The Canadian Renovator’s Council of the Canadian Home Builders’ Association offers a number of golden rules to help renovating homeowners achieve their goals.
- Know what you want. Take the time you need to explore the possibilities for your home and develop a firm plan. Begins with the fundamentals-what do you need and how you want your “new” home to look, feel and work for you and your family.
- Set a realistic budget. Decide as early as possible how much money you want to spend-this allows you and your renovator to focus on the work that is doable within that budget. Experienced renovators can provide sound cost advice.
- Plan for the long term. Thinking ahead avoids short-term renovations that may need to be redone in the future. Discuss your short- and long-term goals openly with your renovator. Professional renovators can conduct a thorough inspection of your home and offer suggestions for the most effective sequencing of work over a period of time.
- Don’t jeopardize the quality of your renovation by compromising on the quality of products or materials. If it’s worth doing, it’s worth doing well, and that means using products that offer the right combination of performance, durability and aesthetics.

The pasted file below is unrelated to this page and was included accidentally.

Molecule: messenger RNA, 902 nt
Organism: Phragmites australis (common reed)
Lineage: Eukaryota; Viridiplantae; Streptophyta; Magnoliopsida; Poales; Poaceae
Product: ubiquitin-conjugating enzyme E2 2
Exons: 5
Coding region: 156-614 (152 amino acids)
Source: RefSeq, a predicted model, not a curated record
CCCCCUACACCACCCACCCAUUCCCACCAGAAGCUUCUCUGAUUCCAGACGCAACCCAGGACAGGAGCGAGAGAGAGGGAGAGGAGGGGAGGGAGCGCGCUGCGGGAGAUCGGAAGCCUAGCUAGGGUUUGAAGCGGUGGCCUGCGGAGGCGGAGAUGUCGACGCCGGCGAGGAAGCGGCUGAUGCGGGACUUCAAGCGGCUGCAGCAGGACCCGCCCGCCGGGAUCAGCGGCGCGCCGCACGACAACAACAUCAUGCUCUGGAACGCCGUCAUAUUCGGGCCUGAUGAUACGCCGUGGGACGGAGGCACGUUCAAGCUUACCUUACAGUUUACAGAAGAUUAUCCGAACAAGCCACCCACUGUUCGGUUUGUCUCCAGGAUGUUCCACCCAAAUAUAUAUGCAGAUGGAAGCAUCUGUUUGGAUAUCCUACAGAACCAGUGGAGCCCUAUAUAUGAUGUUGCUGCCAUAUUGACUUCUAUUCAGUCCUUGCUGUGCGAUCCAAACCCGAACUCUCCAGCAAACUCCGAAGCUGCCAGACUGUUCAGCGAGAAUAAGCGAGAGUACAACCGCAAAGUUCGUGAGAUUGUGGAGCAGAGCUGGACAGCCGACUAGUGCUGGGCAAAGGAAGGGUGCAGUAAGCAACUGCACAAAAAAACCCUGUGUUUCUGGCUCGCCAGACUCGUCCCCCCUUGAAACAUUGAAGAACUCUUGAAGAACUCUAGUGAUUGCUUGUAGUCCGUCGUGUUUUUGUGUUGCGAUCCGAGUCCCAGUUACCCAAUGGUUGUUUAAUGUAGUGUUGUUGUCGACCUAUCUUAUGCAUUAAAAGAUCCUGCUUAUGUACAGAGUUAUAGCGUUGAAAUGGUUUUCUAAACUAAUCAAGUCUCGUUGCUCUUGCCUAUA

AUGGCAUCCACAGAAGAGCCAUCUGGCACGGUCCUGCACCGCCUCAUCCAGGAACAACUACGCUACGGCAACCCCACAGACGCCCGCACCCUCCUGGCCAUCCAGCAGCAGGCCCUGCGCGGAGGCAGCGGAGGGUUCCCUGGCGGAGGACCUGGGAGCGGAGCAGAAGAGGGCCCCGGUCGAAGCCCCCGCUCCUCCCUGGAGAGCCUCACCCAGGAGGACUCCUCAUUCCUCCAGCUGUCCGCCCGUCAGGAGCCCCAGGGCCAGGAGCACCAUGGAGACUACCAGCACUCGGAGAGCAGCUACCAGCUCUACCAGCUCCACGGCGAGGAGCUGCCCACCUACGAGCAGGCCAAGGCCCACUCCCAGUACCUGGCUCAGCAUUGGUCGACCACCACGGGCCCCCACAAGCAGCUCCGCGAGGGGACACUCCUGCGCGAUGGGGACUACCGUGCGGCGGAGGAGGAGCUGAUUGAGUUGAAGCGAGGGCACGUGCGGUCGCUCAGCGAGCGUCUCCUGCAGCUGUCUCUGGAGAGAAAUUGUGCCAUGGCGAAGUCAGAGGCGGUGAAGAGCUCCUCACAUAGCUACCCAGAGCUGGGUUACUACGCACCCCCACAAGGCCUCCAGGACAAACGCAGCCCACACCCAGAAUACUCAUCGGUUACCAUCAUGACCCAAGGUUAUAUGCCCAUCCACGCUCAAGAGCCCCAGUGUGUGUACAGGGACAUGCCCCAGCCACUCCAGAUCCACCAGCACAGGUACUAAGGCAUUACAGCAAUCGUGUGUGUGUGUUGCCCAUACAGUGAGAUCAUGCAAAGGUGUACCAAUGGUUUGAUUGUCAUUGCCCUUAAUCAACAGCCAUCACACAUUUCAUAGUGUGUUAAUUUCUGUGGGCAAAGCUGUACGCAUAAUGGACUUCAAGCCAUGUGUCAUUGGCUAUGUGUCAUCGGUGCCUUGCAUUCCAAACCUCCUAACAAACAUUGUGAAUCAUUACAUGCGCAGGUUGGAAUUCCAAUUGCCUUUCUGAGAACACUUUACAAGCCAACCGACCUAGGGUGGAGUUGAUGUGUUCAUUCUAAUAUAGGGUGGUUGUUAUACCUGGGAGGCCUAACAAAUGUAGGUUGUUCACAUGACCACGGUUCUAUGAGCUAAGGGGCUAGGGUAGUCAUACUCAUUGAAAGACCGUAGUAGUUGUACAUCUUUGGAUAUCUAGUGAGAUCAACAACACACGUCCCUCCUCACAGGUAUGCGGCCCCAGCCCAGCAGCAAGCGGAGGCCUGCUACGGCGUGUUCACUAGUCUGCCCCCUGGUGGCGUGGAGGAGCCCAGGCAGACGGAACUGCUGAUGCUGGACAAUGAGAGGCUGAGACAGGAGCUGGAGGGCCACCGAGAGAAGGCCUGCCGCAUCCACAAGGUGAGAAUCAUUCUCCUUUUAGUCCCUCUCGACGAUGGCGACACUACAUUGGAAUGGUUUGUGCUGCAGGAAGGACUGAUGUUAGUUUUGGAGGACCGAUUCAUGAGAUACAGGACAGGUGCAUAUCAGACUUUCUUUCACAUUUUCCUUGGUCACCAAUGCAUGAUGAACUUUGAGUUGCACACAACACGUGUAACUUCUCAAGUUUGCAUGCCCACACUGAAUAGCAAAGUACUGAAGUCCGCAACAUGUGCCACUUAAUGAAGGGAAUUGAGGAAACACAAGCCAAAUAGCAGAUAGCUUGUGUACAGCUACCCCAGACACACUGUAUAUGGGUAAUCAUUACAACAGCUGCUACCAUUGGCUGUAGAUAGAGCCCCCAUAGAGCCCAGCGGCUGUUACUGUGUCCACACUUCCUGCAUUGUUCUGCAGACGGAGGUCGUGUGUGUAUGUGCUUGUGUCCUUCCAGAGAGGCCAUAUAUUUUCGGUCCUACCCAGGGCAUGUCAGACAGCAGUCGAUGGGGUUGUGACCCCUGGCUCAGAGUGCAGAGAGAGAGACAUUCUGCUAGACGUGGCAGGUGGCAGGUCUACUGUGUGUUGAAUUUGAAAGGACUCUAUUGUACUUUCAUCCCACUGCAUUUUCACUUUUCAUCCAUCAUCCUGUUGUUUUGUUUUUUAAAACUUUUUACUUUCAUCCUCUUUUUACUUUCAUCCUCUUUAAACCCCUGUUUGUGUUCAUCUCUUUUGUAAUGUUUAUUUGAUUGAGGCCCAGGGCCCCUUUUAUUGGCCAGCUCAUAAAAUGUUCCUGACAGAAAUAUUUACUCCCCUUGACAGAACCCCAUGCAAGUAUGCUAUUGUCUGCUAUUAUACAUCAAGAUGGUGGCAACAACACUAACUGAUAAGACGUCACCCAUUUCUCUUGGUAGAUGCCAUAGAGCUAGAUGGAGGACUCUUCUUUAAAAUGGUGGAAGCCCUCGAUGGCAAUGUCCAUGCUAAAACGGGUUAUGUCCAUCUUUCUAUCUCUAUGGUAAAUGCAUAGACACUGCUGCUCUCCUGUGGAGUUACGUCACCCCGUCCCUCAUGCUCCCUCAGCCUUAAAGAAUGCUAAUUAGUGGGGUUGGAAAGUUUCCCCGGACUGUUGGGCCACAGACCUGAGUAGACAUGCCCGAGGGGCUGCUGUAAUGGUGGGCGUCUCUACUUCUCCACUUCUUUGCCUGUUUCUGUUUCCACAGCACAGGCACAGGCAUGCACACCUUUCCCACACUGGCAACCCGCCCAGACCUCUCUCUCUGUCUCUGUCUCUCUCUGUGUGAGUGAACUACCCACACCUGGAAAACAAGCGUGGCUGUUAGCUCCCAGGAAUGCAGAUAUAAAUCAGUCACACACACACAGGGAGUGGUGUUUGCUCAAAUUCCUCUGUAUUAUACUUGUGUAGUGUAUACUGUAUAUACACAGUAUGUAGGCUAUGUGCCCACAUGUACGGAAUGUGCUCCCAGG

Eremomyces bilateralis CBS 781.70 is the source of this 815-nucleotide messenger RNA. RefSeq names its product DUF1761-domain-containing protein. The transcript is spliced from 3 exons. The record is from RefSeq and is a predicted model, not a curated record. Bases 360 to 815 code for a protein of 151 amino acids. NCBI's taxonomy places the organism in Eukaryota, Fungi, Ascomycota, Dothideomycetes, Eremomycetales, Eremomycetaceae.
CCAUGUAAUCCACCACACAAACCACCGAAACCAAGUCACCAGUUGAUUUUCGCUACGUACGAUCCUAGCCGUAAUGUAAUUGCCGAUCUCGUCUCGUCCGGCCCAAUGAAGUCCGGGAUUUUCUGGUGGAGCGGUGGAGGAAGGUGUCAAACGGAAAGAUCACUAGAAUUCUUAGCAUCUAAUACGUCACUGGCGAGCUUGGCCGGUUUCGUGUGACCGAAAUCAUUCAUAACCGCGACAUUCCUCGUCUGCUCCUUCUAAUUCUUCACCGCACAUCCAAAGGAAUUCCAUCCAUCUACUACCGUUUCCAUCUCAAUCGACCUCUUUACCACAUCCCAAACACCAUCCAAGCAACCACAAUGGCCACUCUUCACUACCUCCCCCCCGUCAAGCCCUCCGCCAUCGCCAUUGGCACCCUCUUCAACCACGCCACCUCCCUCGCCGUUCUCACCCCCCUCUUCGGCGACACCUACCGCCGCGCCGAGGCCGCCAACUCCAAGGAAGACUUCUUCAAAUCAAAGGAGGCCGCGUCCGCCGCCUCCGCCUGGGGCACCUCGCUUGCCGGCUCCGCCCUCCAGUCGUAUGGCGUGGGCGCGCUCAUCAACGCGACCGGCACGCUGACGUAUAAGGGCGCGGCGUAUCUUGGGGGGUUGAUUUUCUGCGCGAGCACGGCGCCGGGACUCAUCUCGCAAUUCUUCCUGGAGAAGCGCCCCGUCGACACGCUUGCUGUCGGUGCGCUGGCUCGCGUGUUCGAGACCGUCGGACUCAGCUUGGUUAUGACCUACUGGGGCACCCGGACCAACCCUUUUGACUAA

- Don’t choose a renovator on price alone. While it is always tempting to go for the lowest price, you need to consider the implications of doing so. Does the renovator understand what’s involved in your project and have the necessary experience? Will the renovator offer a warranty on the work? Will the renovator still be in business if you need to call back?
- Protect yourself. Dealing with a professional renovator is your greatest protection against an incompetent or unfinished job. A written contract spells out the arrangements between you and your renovator and describes your renovation in detail. Professional renovators also carry Worker’s Compensation, liability insurance and any licenses required by your province.
- And don’t buy from a door to door salesperson without carefully checking out the company. Before you enter into any kind of agreement, talk with friends and family. Contact your local Home Builders’ Association to see if the company is a member. Also check with the Better Business Bureau to see if anyone has lodged a complaint against the company.
(Source: Canadian Home Builders Association)
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